Connecting the Private Sector to Global Development

October 26, 2012

Last week, the U.S. Agency for International Development's (USAID) Mission in Uganda and the USAID Development Credit Authority released a video that will make you rethink development. The video tells the story of a private infrastructure project on a remote island in Uganda, where a USAID co-guarantee spurred private sector investment.

In the 1960s, during USAID's founding decade, official development assistance represented 70 percent of all capital flows to developing countries. Today, foreign aid makes up just 13 percent, having been replaced over time by trade, investment, and other sources of private capital.

This changing landscape means our impact can be even greater. Rather than using our development dollars to substitute for missing private capital, we can use them to attract it. Even better, we can unlock existing local wealth and put it to work for development.

That's what we do at the Development Credit Authority (DCA). Watch the above video to see how effective private sector partnerships can positively impact people's lives, and visit our website to learn more about our work.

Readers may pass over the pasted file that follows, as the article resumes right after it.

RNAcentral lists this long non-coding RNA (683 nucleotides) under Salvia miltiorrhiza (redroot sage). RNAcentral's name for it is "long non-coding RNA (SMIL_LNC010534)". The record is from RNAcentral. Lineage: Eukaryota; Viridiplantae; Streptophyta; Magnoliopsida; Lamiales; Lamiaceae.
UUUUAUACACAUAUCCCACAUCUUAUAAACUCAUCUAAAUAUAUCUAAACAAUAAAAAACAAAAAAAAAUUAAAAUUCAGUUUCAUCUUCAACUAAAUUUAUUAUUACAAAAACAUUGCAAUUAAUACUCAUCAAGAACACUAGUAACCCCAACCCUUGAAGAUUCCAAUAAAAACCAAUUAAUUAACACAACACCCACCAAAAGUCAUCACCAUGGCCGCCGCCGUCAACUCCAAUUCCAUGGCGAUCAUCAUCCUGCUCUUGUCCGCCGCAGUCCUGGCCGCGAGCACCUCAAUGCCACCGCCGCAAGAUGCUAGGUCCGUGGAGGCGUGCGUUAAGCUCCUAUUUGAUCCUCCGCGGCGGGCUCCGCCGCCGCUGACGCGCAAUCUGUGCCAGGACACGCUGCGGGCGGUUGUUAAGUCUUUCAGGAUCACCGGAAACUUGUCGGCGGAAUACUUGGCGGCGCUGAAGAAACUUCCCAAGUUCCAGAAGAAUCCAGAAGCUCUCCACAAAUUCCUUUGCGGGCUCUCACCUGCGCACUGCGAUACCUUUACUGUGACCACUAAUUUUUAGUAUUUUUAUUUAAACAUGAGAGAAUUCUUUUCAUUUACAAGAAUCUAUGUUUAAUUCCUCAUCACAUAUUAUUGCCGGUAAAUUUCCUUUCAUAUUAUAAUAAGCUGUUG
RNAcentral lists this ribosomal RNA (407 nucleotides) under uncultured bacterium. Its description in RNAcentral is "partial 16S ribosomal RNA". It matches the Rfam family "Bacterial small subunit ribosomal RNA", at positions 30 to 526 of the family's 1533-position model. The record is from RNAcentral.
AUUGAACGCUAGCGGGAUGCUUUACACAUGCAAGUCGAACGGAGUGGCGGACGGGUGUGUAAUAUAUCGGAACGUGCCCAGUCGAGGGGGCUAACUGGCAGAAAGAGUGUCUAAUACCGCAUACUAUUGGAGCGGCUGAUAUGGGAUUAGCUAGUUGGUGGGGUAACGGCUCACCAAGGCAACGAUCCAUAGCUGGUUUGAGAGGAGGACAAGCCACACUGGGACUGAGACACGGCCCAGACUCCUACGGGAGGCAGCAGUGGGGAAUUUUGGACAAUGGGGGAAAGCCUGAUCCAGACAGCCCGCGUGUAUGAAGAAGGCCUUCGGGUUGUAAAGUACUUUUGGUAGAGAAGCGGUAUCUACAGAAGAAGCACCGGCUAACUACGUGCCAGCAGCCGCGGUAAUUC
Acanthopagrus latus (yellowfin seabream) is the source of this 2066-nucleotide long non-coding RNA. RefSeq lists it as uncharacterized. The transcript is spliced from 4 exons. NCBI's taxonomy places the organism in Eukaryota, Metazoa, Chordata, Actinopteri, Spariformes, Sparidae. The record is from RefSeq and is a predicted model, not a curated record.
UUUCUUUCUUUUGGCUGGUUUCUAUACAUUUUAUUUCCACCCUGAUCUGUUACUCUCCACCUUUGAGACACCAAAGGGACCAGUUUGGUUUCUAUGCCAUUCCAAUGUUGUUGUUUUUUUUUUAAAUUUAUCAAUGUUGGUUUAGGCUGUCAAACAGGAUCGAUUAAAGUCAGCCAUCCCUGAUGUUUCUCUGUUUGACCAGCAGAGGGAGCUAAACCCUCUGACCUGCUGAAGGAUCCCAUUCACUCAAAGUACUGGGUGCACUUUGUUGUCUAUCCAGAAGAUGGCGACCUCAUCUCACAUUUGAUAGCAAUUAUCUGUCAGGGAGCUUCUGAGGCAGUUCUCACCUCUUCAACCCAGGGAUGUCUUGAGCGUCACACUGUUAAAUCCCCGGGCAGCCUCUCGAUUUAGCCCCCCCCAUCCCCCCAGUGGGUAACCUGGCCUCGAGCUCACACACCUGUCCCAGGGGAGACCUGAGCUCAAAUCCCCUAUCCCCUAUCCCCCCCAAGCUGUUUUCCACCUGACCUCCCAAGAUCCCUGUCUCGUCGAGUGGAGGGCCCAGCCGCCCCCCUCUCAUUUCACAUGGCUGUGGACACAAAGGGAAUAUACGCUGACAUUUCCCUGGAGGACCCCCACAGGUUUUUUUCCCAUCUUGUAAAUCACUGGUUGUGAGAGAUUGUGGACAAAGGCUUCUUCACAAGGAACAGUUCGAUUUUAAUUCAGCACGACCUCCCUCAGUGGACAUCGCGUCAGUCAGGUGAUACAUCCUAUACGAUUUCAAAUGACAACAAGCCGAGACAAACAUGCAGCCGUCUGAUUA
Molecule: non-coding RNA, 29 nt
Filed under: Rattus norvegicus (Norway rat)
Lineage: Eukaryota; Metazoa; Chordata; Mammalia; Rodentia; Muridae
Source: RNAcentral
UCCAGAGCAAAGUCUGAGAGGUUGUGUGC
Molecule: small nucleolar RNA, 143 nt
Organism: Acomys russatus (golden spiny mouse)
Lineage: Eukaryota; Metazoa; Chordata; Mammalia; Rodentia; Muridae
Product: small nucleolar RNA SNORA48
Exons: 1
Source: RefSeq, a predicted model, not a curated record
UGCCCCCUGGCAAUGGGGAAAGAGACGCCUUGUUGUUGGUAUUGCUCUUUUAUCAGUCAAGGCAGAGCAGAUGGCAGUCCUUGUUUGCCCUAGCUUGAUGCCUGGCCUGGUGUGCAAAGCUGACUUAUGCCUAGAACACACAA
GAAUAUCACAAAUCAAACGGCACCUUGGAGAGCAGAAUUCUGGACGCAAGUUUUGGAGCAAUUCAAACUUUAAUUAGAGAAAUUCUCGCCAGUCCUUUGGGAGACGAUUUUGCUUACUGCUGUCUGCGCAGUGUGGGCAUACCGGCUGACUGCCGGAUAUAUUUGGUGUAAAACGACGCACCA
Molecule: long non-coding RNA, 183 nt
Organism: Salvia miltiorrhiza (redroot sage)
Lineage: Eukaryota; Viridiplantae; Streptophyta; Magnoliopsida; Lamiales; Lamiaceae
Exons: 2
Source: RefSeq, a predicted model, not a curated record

Comments

Comments

Henry
|
United States
October 27, 2012

Henry in the U.S.A. writes:

This is disgusting. It's just the US adopting the British model of camouflaged colonialism. At this rate, any country that wants real development will have to turn to China or Argentina for assistance.

Larry
|
Malawi
October 28, 2012

Larry in Malawi writes:

I beg to differ with Henry! The work and history of USAID in Malawi is immeasurable. I cannot quantify, the benefit our people have had from the various channels rendered by the USAID. So, in any sense, it would be wrong to, state, that the "US adopting the British model of camouflaged colonialism" without finding out the impact of the institution it had has in those areas like Malawi.

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